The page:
In a recent blog post, I connected how your posture and core strength affects your voice. For most people, the information I shared will be helpful in everyday speaking. But, for people who need to really make their voices heard, there is more you can do. Do you regularly speak in business meetings or in public? Do you need a strong voice but struggle to project? If so, here are a few helpful tips to help you develop a powerful speaking voice.
Start with your feet
In my video on finding your center of balance is very helpful for stability and posture, but you’ll need to integrate this information while speaking in front of a group or at a meeting. Catherine Johns, a professional speaking coach, recommends “rooting yourself to the floor” to feel “the energy coming up from the earth into your feet and up into your body.” This will help you feel solid, grounded and less nervous as the rest of your body will relax. I have been receiving Catherine’s newsletter for the past few years and always find her information useful. She explains the “grounding” concept in more detail in her blog post, “Head to Toe Speaking”.
A young woman with jaw pain came to work with me earlier this year. When she stood, her bottom jaw was in constant motion, trying to find a place to settle. Once she was instructed how to stand with good center of balance and strengthened her core and feet, she no longer moved her jaw around to find a comfortable position.
If you need to speak with authority while sitting, Catherine and I both recommend having your feet flat on the ground, again to ground yourself.
In the previous blog post, I gave you an exercise to practice diaphragm breathing while your abs are engaged. Now, try talking while keeping your abs engaged. In order to speak, you will need to breathe. This is a great way to functionally use your core.
While speaking in front of a group, you might unconsciously hold your breath, due to nervousness. Not breathing will actually make you even more nervous. Catherine offers some nice imagery to help you breath while speaking. She says, “Imagine your breath coming from the power center in your lower belly. Or even from your legs and feet. It’s not literally true of course – the air comes and goes from your lungs. But when you use your powerful imagination in this way, your actual, literal lungs will expand in response to the mental image you’ve created. You will connect to the energy centers deep in the core of you. And your voice will be stronger and truer as a result. “ You also will feel less nervous!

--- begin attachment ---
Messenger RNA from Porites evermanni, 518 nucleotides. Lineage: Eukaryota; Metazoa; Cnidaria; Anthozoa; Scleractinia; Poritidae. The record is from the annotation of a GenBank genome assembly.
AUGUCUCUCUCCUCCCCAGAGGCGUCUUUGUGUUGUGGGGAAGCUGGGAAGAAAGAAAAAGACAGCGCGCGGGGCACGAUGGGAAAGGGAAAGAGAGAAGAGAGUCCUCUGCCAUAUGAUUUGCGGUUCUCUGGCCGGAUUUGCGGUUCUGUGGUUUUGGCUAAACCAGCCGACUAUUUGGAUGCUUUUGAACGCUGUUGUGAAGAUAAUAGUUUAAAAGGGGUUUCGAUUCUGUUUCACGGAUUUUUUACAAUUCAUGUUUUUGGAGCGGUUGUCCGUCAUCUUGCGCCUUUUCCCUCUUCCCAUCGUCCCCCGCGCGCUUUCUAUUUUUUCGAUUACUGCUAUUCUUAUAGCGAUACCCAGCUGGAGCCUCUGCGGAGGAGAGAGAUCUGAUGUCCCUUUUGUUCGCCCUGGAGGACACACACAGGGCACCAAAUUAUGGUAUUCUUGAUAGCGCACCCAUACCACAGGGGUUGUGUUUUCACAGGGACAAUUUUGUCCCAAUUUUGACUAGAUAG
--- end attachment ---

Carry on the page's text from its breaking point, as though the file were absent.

Stabilize your Core
Once you’ve mastered the basics of diaphragm breathing while engaging your core, you can challenge your core stability by adding movement. Check out this video of some basic core exercises.
If you’d like a more advanced core stability exercise, follow these steps:
- Find your center of balance and stand with your abs engaged
- Raise your arms overhead
- Point your thumbs backward
- Alternate reaching your arms back
- To challenge yourself even more, repeat the above steps while standing on one leg
Now that your core is stronger and you have mastered diaphragm breathing while moving and talking, it’s time for people to hear your voice while speaking in front of a group.
Catherine suggests to look at the person in the room who’s farthest away from you. “Our energy follows our line of sight – so, if you’re looking all the way across the room it’ll be easier to project your voice.” If you’re looking at someone who is close to you, you’ll automatically be inclined to lower your voice and that’s the opposite of what you’re trying to do. “Imagine that your voice is an arrow. (I like to make it a rubber-tipped arrow so no one gets hurt.) Your belly is the bow. Use that belly-bow to launch your voice up and out and across the room, aiming your “arrow” right at that farthest-away person.”
Apply these tips the next time you have speak in public or give a presentation, and let us know how it goes!